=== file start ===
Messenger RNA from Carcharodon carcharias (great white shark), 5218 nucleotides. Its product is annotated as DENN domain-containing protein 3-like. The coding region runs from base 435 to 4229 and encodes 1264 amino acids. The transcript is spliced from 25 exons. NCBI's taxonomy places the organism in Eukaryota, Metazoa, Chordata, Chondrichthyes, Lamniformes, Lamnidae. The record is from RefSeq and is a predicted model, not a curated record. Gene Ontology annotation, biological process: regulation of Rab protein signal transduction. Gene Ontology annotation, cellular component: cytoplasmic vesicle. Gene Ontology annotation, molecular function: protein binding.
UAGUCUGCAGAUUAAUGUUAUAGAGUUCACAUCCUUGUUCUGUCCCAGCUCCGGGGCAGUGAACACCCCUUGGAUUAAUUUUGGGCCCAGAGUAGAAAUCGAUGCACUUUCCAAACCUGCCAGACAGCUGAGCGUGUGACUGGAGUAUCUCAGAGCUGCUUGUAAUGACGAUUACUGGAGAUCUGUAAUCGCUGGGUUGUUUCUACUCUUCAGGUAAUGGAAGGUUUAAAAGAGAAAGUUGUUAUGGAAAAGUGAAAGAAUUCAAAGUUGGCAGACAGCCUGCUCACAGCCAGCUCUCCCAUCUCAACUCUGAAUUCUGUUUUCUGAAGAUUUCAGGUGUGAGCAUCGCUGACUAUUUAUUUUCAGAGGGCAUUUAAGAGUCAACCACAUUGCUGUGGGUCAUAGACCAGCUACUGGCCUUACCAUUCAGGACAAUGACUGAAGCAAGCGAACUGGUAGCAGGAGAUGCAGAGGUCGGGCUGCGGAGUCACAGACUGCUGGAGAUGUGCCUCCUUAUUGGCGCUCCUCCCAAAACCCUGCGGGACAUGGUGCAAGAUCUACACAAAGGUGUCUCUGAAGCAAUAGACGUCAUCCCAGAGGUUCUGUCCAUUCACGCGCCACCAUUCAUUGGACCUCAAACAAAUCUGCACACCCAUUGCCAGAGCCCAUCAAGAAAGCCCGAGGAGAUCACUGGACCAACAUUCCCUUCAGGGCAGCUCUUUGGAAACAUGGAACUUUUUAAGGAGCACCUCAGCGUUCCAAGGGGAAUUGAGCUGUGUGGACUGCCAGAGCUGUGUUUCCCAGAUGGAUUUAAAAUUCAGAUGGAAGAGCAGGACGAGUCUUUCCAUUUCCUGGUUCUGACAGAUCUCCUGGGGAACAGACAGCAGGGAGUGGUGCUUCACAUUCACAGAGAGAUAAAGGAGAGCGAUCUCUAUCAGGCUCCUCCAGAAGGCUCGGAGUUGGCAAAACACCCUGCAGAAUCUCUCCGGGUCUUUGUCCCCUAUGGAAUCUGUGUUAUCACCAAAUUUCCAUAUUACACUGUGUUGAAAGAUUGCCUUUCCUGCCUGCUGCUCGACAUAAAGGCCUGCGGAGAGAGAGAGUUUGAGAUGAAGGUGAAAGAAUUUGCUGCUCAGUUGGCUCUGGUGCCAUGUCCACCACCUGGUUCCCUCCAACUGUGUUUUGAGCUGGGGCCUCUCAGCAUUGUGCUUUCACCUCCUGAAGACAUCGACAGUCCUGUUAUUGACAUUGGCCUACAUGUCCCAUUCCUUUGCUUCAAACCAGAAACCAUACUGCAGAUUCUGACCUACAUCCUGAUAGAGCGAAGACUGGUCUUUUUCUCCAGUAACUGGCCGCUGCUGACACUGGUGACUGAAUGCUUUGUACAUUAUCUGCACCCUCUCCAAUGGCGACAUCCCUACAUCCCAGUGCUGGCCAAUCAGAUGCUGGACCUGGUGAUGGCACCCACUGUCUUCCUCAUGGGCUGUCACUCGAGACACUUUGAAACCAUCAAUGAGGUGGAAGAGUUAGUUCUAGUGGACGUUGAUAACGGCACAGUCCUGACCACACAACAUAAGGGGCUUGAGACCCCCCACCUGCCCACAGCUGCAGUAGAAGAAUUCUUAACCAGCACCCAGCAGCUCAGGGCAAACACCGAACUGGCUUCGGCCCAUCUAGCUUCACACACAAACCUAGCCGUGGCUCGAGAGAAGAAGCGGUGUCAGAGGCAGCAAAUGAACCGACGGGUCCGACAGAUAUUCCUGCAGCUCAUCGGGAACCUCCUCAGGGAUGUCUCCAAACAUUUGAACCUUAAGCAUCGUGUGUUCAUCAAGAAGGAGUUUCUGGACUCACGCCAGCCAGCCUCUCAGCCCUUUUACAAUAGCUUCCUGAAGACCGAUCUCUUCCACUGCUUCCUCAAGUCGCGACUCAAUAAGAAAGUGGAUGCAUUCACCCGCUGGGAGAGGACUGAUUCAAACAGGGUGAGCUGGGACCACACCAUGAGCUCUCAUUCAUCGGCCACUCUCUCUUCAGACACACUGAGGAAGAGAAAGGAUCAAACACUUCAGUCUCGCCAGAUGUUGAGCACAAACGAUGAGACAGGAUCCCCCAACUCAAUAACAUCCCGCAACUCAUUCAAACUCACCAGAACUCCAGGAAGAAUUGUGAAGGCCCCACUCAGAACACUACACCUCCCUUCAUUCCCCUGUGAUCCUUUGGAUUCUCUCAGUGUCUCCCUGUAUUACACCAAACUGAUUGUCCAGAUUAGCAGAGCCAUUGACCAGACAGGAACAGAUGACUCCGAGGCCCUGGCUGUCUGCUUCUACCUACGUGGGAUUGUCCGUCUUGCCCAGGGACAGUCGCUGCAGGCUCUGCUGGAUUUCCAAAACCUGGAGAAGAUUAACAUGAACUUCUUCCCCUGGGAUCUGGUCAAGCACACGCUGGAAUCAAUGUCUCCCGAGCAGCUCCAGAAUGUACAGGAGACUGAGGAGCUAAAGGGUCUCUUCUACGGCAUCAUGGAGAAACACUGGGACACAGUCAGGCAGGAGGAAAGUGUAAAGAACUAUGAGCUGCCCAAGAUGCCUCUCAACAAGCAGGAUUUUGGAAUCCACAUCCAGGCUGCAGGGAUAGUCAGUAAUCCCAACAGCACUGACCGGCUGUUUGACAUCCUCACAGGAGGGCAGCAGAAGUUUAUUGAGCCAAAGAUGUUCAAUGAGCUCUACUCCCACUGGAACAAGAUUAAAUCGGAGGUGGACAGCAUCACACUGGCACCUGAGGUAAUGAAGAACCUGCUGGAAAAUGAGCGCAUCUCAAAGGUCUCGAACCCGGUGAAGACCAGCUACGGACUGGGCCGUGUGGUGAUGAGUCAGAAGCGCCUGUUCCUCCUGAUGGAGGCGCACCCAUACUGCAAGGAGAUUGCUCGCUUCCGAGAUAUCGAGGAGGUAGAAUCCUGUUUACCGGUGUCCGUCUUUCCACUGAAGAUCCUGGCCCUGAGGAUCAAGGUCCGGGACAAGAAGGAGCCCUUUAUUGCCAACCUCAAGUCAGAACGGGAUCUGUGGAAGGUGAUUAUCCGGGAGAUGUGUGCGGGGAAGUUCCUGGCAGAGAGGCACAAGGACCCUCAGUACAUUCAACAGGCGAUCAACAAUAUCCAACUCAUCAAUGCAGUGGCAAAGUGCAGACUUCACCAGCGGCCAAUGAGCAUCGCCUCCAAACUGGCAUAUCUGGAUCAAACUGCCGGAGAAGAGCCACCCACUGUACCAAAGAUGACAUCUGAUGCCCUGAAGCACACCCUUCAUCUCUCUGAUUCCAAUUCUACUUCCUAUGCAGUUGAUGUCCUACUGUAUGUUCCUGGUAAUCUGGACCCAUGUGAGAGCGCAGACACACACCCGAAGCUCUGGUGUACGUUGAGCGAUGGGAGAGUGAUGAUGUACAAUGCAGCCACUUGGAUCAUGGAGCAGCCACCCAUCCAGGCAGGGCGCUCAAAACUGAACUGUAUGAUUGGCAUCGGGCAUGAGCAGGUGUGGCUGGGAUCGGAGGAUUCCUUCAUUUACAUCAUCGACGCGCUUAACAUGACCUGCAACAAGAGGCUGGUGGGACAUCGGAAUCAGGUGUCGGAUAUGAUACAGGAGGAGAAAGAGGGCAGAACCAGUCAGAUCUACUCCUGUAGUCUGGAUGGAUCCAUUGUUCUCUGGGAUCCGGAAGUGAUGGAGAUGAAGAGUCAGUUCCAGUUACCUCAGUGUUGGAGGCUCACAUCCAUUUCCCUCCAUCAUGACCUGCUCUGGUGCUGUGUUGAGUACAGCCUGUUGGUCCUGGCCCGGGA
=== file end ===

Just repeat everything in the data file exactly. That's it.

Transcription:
Messenger RNA from Carcharodon carcharias (great white shark), 5218 nucleotides. Its product is annotated as DENN domain-containing protein 3-like. The coding region runs from base 435 to 4229 and encodes 1264 amino acids. The transcript is spliced from 25 exons. NCBI's taxonomy places the organism in Eukaryota, Metazoa, Chordata, Chondrichthyes, Lamniformes, Lamnidae. The record is from RefSeq and is a predicted model, not a curated record. Gene Ontology annotation, biological process: regulation of Rab protein signal transduction. Gene Ontology annotation, cellular component: cytoplasmic vesicle. Gene Ontology annotation, molecular function: protein binding.
UAGUCUGCAGAUUAAUGUUAUAGAGUUCACAUCCUUGUUCUGUCCCAGCUCCGGGGCAGUGAACACCCCUUGGAUUAAUUUUGGGCCCAGAGUAGAAAUCGAUGCACUUUCCAAACCUGCCAGACAGCUGAGCGUGUGACUGGAGUAUCUCAGAGCUGCUUGUAAUGACGAUUACUGGAGAUCUGUAAUCGCUGGGUUGUUUCUACUCUUCAGGUAAUGGAAGGUUUAAAAGAGAAAGUUGUUAUGGAAAAGUGAAAGAAUUCAAAGUUGGCAGACAGCCUGCUCACAGCCAGCUCUCCCAUCUCAACUCUGAAUUCUGUUUUCUGAAGAUUUCAGGUGUGAGCAUCGCUGACUAUUUAUUUUCAGAGGGCAUUUAAGAGUCAACCACAUUGCUGUGGGUCAUAGACCAGCUACUGGCCUUACCAUUCAGGACAAUGACUGAAGCAAGCGAACUGGUAGCAGGAGAUGCAGAGGUCGGGCUGCGGAGUCACAGACUGCUGGAGAUGUGCCUCCUUAUUGGCGCUCCUCCCAAAACCCUGCGGGACAUGGUGCAAGAUCUACACAAAGGUGUCUCUGAAGCAAUAGACGUCAUCCCAGAGGUUCUGUCCAUUCACGCGCCACCAUUCAUUGGACCUCAAACAAAUCUGCACACCCAUUGCCAGAGCCCAUCAAGAAAGCCCGAGGAGAUCACUGGACCAACAUUCCCUUCAGGGCAGCUCUUUGGAAACAUGGAACUUUUUAAGGAGCACCUCAGCGUUCCAAGGGGAAUUGAGCUGUGUGGACUGCCAGAGCUGUGUUUCCCAGAUGGAUUUAAAAUUCAGAUGGAAGAGCAGGACGAGUCUUUCCAUUUCCUGGUUCUGACAGAUCUCCUGGGGAACAGACAGCAGGGAGUGGUGCUUCACAUUCACAGAGAGAUAAAGGAGAGCGAUCUCUAUCAGGCUCCUCCAGAAGGCUCGGAGUUGGCAAAACACCCUGCAGAAUCUCUCCGGGUCUUUGUCCCCUAUGGAAUCUGUGUUAUCACCAAAUUUCCAUAUUACACUGUGUUGAAAGAUUGCCUUUCCUGCCUGCUGCUCGACAUAAAGGCCUGCGGAGAGAGAGAGUUUGAGAUGAAGGUGAAAGAAUUUGCUGCUCAGUUGGCUCUGGUGCCAUGUCCACCACCUGGUUCCCUCCAACUGUGUUUUGAGCUGGGGCCUCUCAGCAUUGUGCUUUCACCUCCUGAAGACAUCGACAGUCCUGUUAUUGACAUUGGCCUACAUGUCCCAUUCCUUUGCUUCAAACCAGAAACCAUACUGCAGAUUCUGACCUACAUCCUGAUAGAGCGAAGACUGGUCUUUUUCUCCAGUAACUGGCCGCUGCUGACACUGGUGACUGAAUGCUUUGUACAUUAUCUGCACCCUCUCCAAUGGCGACAUCCCUACAUCCCAGUGCUGGCCAAUCAGAUGCUGGACCUGGUGAUGGCACCCACUGUCUUCCUCAUGGGCUGUCACUCGAGACACUUUGAAACCAUCAAUGAGGUGGAAGAGUUAGUUCUAGUGGACGUUGAUAACGGCACAGUCCUGACCACACAACAUAAGGGGCUUGAGACCCCCCACCUGCCCACAGCUGCAGUAGAAGAAUUCUUAACCAGCACCCAGCAGCUCAGGGCAAACACCGAACUGGCUUCGGCCCAUCUAGCUUCACACACAAACCUAGCCGUGGCUCGAGAGAAGAAGCGGUGUCAGAGGCAGCAAAUGAACCGACGGGUCCGACAGAUAUUCCUGCAGCUCAUCGGGAACCUCCUCAGGGAUGUCUCCAAACAUUUGAACCUUAAGCAUCGUGUGUUCAUCAAGAAGGAGUUUCUGGACUCACGCCAGCCAGCCUCUCAGCCCUUUUACAAUAGCUUCCUGAAGACCGAUCUCUUCCACUGCUUCCUCAAGUCGCGACUCAAUAAGAAAGUGGAUGCAUUCACCCGCUGGGAGAGGACUGAUUCAAACAGGGUGAGCUGGGACCACACCAUGAGCUCUCAUUCAUCGGCCACUCUCUCUUCAGACACACUGAGGAAGAGAAAGGAUCAAACACUUCAGUCUCGCCAGAUGUUGAGCACAAACGAUGAGACAGGAUCCCCCAACUCAAUAACAUCCCGCAACUCAUUCAAACUCACCAGAACUCCAGGAAGAAUUGUGAAGGCCCCACUCAGAACACUACACCUCCCUUCAUUCCCCUGUGAUCCUUUGGAUUCUCUCAGUGUCUCCCUGUAUUACACCAAACUGAUUGUCCAGAUUAGCAGAGCCAUUGACCAGACAGGAACAGAUGACUCCGAGGCCCUGGCUGUCUGCUUCUACCUACGUGGGAUUGUCCGUCUUGCCCAGGGACAGUCGCUGCAGGCUCUGCUGGAUUUCCAAAACCUGGAGAAGAUUAACAUGAACUUCUUCCCCUGGGAUCUGGUCAAGCACACGCUGGAAUCAAUGUCUCCCGAGCAGCUCCAGAAUGUACAGGAGACUGAGGAGCUAAAGGGUCUCUUCUACGGCAUCAUGGAGAAACACUGGGACACAGUCAGGCAGGAGGAAAGUGUAAAGAACUAUGAGCUGCCCAAGAUGCCUCUCAACAAGCAGGAUUUUGGAAUCCACAUCCAGGCUGCAGGGAUAGUCAGUAAUCCCAACAGCACUGACCGGCUGUUUGACAUCCUCACAGGAGGGCAGCAGAAGUUUAUUGAGCCAAAGAUGUUCAAUGAGCUCUACUCCCACUGGAACAAGAUUAAAUCGGAGGUGGACAGCAUCACACUGGCACCUGAGGUAAUGAAGAACCUGCUGGAAAAUGAGCGCAUCUCAAAGGUCUCGAACCCGGUGAAGACCAGCUACGGACUGGGCCGUGUGGUGAUGAGUCAGAAGCGCCUGUUCCUCCUGAUGGAGGCGCACCCAUACUGCAAGGAGAUUGCUCGCUUCCGAGAUAUCGAGGAGGUAGAAUCCUGUUUACCGGUGUCCGUCUUUCCACUGAAGAUCCUGGCCCUGAGGAUCAAGGUCCGGGACAAGAAGGAGCCCUUUAUUGCCAACCUCAAGUCAGAACGGGAUCUGUGGAAGGUGAUUAUCCGGGAGAUGUGUGCGGGGAAGUUCCUGGCAGAGAGGCACAAGGACCCUCAGUACAUUCAACAGGCGAUCAACAAUAUCCAACUCAUCAAUGCAGUGGCAAAGUGCAGACUUCACCAGCGGCCAAUGAGCAUCGCCUCCAAACUGGCAUAUCUGGAUCAAACUGCCGGAGAAGAGCCACCCACUGUACCAAAGAUGACAUCUGAUGCCCUGAAGCACACCCUUCAUCUCUCUGAUUCCAAUUCUACUUCCUAUGCAGUUGAUGUCCUACUGUAUGUUCCUGGUAAUCUGGACCCAUGUGAGAGCGCAGACACACACCCGAAGCUCUGGUGUACGUUGAGCGAUGGGAGAGUGAUGAUGUACAAUGCAGCCACUUGGAUCAUGGAGCAGCCACCCAUCCAGGCAGGGCGCUCAAAACUGAACUGUAUGAUUGGCAUCGGGCAUGAGCAGGUGUGGCUGGGAUCGGAGGAUUCCUUCAUUUACAUCAUCGACGCGCUUAACAUGACCUGCAACAAGAGGCUGGUGGGACAUCGGAAUCAGGUGUCGGAUAUGAUACAGGAGGAGAAAGAGGGCAGAACCAGUCAGAUCUACUCCUGUAGUCUGGAUGGAUCCAUUGUUCUCUGGGAUCCGGAAGUGAUGGAGAUGAAGAGUCAGUUCCAGUUACCUCAGUGUUGGAGGCUCACAUCCAUUUCCCUCCAUCAUGACCUGCUCUGGUGCUGUGUUGAGUACAGCCUGUUGGUCCUGGCCCGGGA